Sunday, February 23, 2020

Fighting the End of Light

        He walked stiffly to the small round chair, as if uncertain where his body should go. He talked carefully, sometimes hesitantly, often slowing to silence. Was he collecting his thoughts, or was this  a way to emphasize what he was saying? Because he said a lot, this pioneering stage director now in his 78th year appearing before a large rapt audience in DC's Hirshhorn auditorium. It was difficult to believe that he had already that day been in two other cities and would fly to Bulgaria - BULGARIA? (no explanation) - in the morning.  Apart from the arts center established under his direction in Water Mill, NY, where, he proudly remarked "there are no doors," he would seem to have no real home. His home was in the interstice between the horizontal and the vertical - within the realm of light that he calls the secret to all good design. Though it seemed that his own light  was fading - he had to be helped to stand erect before an easel holding a large pad of white paper and then ushered back to the chair.
       Trained as an architect at Pratt in New York, Robert Wilson has been a pioneer in theater and opera since the 1950s putting his faith in such statements as "without light there is no space" and quoting Einstein saying "light is the measure of things. Light is structural." Movement enters in, too, in abstract  but geometric ways.  "Time is the line that goes through the center; space is horizontal.And "it's always the space in back of you that makes the space in front of you strong." He is unconventional, to say the least - if that word has any meaning at all in the aesthetic realm. He once created a play using the texts done by a young autistic boy  named Christopher whom he met in a facility supposedly dedicated to helping the so-called developmentally disabled. Or handicapped in ways most people did not understand. Wilson could decipher much of what the boy wrote in terms of patterns that were the boy's language.
        He didn't try to explain the meeting of abstraction, taking for granted a sense of acceptance in how he viewed the world.  The title of the talk - a conversation between Wilson and Hirshhorn director Melissa Chu - was "Re-Setting the Stage."   Revising a person's perception of art and how it is made and received on stage as well as life.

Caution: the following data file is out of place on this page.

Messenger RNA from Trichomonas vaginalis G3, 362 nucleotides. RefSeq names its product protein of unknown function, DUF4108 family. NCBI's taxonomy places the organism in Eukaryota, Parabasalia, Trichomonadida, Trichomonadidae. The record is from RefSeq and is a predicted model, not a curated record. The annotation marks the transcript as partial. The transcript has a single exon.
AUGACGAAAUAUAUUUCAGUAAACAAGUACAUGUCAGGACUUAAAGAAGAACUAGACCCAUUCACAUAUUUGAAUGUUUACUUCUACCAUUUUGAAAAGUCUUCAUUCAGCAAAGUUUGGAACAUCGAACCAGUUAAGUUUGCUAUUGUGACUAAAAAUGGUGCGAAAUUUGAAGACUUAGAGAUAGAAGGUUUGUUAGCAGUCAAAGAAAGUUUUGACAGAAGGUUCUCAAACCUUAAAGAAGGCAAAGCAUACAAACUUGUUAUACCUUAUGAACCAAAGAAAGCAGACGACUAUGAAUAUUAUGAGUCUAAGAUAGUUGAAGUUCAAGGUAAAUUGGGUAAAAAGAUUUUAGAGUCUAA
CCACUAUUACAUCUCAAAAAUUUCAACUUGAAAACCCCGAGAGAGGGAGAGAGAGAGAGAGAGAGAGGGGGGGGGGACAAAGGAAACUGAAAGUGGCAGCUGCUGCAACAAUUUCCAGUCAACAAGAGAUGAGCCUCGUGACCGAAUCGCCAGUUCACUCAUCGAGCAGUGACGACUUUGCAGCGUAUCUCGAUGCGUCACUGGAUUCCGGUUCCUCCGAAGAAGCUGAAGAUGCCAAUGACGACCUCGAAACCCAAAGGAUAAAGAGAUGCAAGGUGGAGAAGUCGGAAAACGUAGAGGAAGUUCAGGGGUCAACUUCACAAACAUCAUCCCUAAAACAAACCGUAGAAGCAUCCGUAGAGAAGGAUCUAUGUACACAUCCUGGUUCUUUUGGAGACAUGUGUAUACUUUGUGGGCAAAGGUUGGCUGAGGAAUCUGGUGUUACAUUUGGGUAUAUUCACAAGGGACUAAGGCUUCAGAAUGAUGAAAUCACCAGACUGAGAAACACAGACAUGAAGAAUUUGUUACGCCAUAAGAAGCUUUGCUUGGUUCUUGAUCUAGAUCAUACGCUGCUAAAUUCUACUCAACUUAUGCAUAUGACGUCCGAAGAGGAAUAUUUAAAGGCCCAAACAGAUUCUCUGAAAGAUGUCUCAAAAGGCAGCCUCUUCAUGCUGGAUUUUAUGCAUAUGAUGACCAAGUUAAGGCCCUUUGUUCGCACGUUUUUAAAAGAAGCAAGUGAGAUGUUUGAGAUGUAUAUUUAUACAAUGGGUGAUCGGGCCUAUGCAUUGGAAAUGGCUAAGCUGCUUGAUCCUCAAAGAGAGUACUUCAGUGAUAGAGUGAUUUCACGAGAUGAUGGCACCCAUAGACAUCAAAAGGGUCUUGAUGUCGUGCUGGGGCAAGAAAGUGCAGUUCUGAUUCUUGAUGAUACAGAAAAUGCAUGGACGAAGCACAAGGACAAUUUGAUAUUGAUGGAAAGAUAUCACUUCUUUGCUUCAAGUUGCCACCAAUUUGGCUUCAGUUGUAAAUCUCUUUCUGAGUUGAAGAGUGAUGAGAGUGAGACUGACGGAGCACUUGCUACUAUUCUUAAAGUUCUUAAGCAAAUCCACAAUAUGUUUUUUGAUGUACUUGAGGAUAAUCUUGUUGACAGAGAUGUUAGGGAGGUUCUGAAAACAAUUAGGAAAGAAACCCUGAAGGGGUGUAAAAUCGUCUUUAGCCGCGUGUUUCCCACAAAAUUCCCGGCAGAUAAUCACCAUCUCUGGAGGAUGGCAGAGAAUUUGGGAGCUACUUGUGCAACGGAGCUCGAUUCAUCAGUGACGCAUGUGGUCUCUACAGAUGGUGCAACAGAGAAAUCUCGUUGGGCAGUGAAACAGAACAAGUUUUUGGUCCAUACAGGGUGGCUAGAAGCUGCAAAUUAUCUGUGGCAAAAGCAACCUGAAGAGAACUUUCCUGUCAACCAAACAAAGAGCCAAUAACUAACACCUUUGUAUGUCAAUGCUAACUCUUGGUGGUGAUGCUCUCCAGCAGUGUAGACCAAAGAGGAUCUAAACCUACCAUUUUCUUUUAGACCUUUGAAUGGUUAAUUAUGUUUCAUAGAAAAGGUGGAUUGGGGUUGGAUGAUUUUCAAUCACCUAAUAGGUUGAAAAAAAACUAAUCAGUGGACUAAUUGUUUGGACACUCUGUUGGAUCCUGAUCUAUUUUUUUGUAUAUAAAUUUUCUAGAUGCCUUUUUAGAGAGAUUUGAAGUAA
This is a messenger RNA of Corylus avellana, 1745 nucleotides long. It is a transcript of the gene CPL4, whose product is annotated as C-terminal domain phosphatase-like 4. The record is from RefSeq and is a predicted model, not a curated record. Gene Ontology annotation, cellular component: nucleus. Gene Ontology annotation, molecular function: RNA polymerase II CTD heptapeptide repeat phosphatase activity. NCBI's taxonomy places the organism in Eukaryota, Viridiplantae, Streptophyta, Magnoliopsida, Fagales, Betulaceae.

Sunday, February 16, 2020

Keep On Moving

Step Afrika came to Apple's most recent Washington area campus on Sunday February 16, for the first time,  offering free their high energy percussive art form that is unique in this country.
The appearance of eight black African-American dancers stomping and slapping  under the renovated Carnegie LIbrary's hard white floors  drew crowds, as expected, and  were in turn given a short history of the tradition and background going back to the 18th century when drums - the African drums - were outlawed.  Performers turned to their own body for expression, using all appendages  and rhythms to create a wholly original means of communication. Stories are told without words . The ensemble of  highly trained, regimented dancers are all college graduates (arts and science) cementing  a history that began with competition between in the sororities and fraternities of traditionally black universities and colleges. To see is to believe....the compulsive creation of community Now in its 25th year, the company is based most of the year on H St. NE in the Atlas Theatre.  Give it up to their infectious movement, and their slogan 'We are better when we step together," between pyrotechnical  seemingly inhuman feats of motion by individual members..
So why an Apple store, of all places?
 The company says it is celebrating Black History month by offering this and similar programs, hoping to attract a wider audience than might usually be found in that austere white building in the middle of a green park. Apparently it worked. Onlookers were stretched over the atrium on upstairs balconies. Small children were captivated on the ground floor. The upbeat, solid steps of these highly disciplined irrepressible  eight performers -- all different in physical styles - were contagious in their call outs (giving instructions to the audience on when to participate) and facial expressions. The lesson to children in the crowd: keep moving! But it wasn't lost either on a feisty woman with purple hair named Heather raising her hand during the Q&A to request "do something for seniors." In other words, think of offering classes (which the company does when they aren't traveling) for an older generation as well.
You go, girl!

Wednesday, February 12, 2020

Washing UP

And now this, just in from Mineola, NY, uninvited - the so-called Homeland Security newswire, whoever they are.

Handwashing will save us.

A study (I could not dig up) reasons that if people were more careful with their habits, the virus might get delayed. And it targets ten of the world's busiest airports, most likely in some of the world's largest cities. There it is, in cold print, the evil ones among us who have no consideration and refuse to take due measures at the sink after using toilet facilities. Because the advice says go slow, 15 seconds minimum, use soap and water. (Be aware, too, the need to avoid handles or buttons - hardware the virus likes. Protect yourself with paper when using handles.)

Odd how commonsense can easily evade us.